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Existing Resources

Dzongkha Keyboard Layout (2009) was jointly designed by the Dzongkha Development Commission (DDC) and the Department of Information Technology (DIT). It is available on platforms such as Windows, Linux, and macOS. Click here to find instructions to download and install the official keyboard. It is not included in the standard OS but for iOS or Android on a phone or tablet, you can download the "Dzongkha Keyboard (DDC)" app to access the layout. The layout is standardized across platforms. We have attached all four levels of the layout below.

The modern standard Dzongkha keyboard layout AltGr/Level 3
The modern standard Dzongkha keyboard layout Shift+AltGr/Level 4
The modern standard Dzongkha keyboard layout Default/Level 1

The modern standard Dzongkha keyboard layout Shift/Level 2

A Brief Design Analysis

The first level keys are arranged alphabetically with an awkward placement of vowels at the middle of the top row.

The second level has the diacritic version of the consonants. Since it is frequent to attach multiple diacritics on a single consonant (ranging from 1 to 4 attachments), pressing and releasing the shift key is found to be a tiring process by most users.

The third and fourth levels hold punctuation marks and symbols from the original Tibetan language that aren't used often in the ordinary Dzongkha language. These keys are reserved mostly (and almost exclusively) for writing religious Chöke and Sanskrit texts.

Optimized Keyboard Layout

  • Here's our Dzongkha Keyboard Layout Design:






My intention in the instructions (which I see now wasn't very clear) was for the layout to be documented in the same way as the Spanish layout—not as a screenshot, but using wiki markup. —Jonathan


The current goal is to optimize the keyboard by rearranging the keys to match the Colemak model, which accounts for key frequency by putting more frequent characters in more accessible positions and allows more words to be typed using only the home row. Also, it aims at letting the user alternate between two hands as they type. To accomplish a similar model, we documented the character frequency from a corpus of Dzongkha folktales, poems, and news. We also grouped the characters roughly into three groups: vowels, individual consonants, and diacritic consonants. We placed characters of similar frequency in positions similar to the Colemak keyboard, and we put the individual consonants mostly on the right-hand side while the vowels and diacritic consonants on the left-hand side for alternating-hand typing.

Additionally, since characters with multiple diacritics are very common, most users find the constant use of shift tiring and inefficient. However, the diacritic combinations of Dzongkha characters have no underlying dictating rule. Therefore the shift method, which transformed a character into its diacritic form upon holding shift, was the only possibility. But we did take into account a character's diacritic counterpart when judging frequency, and we placed characters whose diacritic form is frequently used on keys that are both easily accessible and comfortable to press in accordance with the shift key. We hope that this change would make the process less tiring.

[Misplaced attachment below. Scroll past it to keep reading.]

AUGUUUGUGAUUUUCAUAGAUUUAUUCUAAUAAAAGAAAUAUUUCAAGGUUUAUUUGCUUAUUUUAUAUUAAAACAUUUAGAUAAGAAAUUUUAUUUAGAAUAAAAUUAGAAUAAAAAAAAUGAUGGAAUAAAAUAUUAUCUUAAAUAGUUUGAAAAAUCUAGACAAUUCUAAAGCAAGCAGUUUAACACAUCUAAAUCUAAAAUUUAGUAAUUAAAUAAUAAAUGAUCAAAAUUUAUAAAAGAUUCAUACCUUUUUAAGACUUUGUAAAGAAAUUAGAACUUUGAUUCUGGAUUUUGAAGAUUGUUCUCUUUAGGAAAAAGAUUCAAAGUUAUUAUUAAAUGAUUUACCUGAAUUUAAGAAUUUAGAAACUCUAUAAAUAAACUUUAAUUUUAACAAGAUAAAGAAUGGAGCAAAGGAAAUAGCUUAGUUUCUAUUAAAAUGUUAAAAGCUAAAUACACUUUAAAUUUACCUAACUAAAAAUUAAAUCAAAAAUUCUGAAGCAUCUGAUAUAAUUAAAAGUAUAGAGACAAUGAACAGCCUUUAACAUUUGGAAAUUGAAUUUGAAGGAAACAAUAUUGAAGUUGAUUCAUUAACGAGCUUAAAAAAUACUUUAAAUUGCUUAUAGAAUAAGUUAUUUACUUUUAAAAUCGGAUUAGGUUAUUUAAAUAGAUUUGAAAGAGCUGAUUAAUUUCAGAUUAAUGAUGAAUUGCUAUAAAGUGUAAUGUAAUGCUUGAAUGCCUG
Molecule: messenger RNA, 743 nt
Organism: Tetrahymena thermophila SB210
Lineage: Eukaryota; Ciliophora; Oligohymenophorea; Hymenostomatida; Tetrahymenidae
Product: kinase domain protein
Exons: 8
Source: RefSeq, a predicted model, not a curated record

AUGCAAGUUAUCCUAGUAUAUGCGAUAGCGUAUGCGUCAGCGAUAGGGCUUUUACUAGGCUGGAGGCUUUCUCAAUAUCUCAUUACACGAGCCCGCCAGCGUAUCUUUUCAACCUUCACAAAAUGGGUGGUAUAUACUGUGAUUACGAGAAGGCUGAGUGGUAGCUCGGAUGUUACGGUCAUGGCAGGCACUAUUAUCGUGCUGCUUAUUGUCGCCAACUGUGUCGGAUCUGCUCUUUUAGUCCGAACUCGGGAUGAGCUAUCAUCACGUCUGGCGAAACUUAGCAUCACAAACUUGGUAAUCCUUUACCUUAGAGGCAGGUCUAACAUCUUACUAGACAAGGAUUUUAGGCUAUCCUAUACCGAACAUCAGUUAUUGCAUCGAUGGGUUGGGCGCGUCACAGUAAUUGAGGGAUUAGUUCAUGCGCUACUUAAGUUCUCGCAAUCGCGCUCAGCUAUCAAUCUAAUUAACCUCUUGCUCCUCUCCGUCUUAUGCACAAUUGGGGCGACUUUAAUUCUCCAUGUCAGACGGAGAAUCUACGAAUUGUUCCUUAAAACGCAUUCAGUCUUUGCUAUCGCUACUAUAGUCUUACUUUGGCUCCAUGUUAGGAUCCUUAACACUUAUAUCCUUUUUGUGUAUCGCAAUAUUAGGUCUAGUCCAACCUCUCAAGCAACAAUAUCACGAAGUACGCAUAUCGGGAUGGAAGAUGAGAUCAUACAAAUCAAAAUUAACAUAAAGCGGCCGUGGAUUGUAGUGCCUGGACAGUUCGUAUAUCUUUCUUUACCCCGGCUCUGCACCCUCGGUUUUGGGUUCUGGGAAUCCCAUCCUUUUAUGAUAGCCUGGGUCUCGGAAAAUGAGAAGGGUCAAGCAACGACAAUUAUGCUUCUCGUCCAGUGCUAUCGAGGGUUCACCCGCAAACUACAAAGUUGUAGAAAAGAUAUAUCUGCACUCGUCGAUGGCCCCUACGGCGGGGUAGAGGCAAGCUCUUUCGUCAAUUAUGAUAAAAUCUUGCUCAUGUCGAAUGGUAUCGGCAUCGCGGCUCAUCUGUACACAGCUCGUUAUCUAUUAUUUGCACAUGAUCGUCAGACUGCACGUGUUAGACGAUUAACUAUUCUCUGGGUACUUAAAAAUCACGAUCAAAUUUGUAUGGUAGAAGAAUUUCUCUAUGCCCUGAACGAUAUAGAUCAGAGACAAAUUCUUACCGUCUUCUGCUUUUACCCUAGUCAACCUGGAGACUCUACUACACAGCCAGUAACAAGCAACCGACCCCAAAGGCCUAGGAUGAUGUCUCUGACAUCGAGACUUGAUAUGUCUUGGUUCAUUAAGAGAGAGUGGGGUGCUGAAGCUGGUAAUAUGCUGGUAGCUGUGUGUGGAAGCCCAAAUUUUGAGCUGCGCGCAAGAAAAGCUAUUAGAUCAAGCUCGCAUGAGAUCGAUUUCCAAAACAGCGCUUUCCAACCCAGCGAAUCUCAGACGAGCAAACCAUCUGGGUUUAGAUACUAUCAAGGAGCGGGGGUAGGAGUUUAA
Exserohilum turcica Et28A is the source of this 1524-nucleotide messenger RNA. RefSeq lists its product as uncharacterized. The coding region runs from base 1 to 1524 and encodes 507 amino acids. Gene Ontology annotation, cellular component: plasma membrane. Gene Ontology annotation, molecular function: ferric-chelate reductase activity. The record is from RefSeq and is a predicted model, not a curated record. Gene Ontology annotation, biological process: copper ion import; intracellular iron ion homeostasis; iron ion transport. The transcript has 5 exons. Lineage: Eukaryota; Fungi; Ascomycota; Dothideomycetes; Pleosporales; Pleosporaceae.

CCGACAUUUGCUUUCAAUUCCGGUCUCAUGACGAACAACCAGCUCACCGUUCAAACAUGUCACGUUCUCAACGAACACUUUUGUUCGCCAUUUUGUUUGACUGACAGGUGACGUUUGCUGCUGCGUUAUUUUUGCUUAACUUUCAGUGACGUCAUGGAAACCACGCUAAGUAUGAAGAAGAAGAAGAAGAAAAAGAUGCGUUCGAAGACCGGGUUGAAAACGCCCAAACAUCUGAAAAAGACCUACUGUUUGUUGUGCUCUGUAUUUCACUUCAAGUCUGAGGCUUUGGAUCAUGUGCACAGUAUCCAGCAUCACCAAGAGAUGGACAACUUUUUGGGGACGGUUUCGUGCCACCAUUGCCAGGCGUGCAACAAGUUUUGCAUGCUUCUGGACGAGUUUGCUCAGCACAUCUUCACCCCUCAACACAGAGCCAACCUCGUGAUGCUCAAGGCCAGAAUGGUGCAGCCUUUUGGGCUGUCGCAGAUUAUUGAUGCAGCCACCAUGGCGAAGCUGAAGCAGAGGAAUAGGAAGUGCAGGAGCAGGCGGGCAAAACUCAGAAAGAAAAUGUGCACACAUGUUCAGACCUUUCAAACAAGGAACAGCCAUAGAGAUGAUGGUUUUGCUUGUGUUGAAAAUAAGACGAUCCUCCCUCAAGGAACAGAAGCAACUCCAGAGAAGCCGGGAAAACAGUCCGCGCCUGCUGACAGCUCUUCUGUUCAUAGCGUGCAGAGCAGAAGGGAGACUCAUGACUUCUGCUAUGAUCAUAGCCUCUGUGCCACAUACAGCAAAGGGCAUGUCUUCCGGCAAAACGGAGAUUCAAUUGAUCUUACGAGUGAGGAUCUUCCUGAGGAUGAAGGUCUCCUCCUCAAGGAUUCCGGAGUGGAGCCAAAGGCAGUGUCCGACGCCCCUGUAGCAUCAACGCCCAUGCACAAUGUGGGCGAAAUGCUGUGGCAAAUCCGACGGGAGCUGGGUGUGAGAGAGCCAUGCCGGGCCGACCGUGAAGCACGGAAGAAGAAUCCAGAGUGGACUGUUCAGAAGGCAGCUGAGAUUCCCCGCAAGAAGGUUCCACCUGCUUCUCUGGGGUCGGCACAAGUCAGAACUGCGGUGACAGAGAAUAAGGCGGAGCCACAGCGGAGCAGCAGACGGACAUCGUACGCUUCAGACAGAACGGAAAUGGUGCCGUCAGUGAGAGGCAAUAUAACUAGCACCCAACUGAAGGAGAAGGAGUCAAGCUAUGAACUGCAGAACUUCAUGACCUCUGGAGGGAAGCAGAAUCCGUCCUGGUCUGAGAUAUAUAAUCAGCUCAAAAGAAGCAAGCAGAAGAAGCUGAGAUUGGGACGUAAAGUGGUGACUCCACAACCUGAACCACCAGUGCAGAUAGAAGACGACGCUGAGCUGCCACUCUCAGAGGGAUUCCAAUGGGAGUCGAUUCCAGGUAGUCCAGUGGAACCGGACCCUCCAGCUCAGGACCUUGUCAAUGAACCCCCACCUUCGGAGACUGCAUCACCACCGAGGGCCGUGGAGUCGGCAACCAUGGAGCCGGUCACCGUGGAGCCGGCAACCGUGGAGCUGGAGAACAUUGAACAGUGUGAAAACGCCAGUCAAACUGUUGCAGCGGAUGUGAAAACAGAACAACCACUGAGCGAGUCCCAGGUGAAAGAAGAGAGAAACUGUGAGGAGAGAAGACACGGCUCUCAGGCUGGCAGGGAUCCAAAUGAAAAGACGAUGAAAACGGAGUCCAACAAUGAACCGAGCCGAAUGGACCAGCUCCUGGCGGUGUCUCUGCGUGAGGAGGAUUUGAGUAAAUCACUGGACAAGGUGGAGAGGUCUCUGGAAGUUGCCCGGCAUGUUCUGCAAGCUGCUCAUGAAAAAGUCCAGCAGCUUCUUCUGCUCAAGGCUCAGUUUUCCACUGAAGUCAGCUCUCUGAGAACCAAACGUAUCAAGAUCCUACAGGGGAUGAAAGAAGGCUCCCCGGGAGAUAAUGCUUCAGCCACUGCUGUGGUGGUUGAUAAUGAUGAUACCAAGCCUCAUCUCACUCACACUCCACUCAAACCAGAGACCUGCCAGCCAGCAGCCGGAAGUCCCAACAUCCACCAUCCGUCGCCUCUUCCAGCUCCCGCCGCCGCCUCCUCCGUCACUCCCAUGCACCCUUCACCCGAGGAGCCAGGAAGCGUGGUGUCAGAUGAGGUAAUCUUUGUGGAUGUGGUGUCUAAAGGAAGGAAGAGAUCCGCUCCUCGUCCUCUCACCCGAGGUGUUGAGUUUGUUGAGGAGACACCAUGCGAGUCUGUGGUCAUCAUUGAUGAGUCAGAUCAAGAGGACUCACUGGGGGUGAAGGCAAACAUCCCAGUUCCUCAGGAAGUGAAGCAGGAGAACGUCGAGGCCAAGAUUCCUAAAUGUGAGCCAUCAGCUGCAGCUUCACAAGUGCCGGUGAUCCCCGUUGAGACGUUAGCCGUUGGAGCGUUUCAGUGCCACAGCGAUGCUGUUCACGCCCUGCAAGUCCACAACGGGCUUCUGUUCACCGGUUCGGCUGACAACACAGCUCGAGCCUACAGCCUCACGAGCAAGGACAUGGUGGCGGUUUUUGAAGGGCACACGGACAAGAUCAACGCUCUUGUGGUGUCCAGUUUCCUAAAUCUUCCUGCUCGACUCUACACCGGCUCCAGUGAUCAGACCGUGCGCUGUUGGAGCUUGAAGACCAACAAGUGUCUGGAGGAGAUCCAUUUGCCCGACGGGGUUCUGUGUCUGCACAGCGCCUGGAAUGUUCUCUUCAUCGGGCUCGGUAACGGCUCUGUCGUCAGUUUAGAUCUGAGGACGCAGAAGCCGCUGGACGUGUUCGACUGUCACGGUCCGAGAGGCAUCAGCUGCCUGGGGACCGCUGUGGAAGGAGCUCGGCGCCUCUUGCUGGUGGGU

Also, considering that many characters on the original layout were rarely used, we opted to make the keyboard simpler overall and reduce learning difficulty. We hope that this will render it more accessible to Dzongkha speakers and perhaps influence their language choice when typing.

We reduced the main levels of the key to only two levels while retaining the shift key's function to "transform" a given character into its diacritic form, we assigned the alt key the function to "flip/fix" a character to its alternate form. Alt + shift thus gives us the "flipped/fixed" diacritic form of the original character. The blank spots were then filled with characters of daily use, including the "end of sentence" character, multiple "start of text" characters, and the generic question mark.

Alt key combinations not shown on the keyboard layout preview are as follows:

  • alt =
  • alt =
  • alt =
  • alt =
  • alt =
  • alt = ཪ(fixed)
  • alt shift =
  • alt shift =
  • alt shift =

Our keyboard layout is only meant to be the first iteration in our effort: we hope that with data collected from actual users and from further investigation, we will be able to refine it further and make it fitter for use.

Installation for macOS/Windows

To install our keyboard, follow the steps below:

(1) Install Keyman for macOS/Windows following instructions here.

(2) Download dzongkha.kmp from our keyboard repository.

(3) Open the dzongkha.kmp file.

A Keyman Configuration prompt will ask if you want the Keyman Input Method to install this package, select "Yes"

(4) Choose Keyman from the Input menu in the menu bar.

Yay! You can now type in our Dzongkha keyboard layout!


Our keyboard layout is licensed by MIT. Find our license here.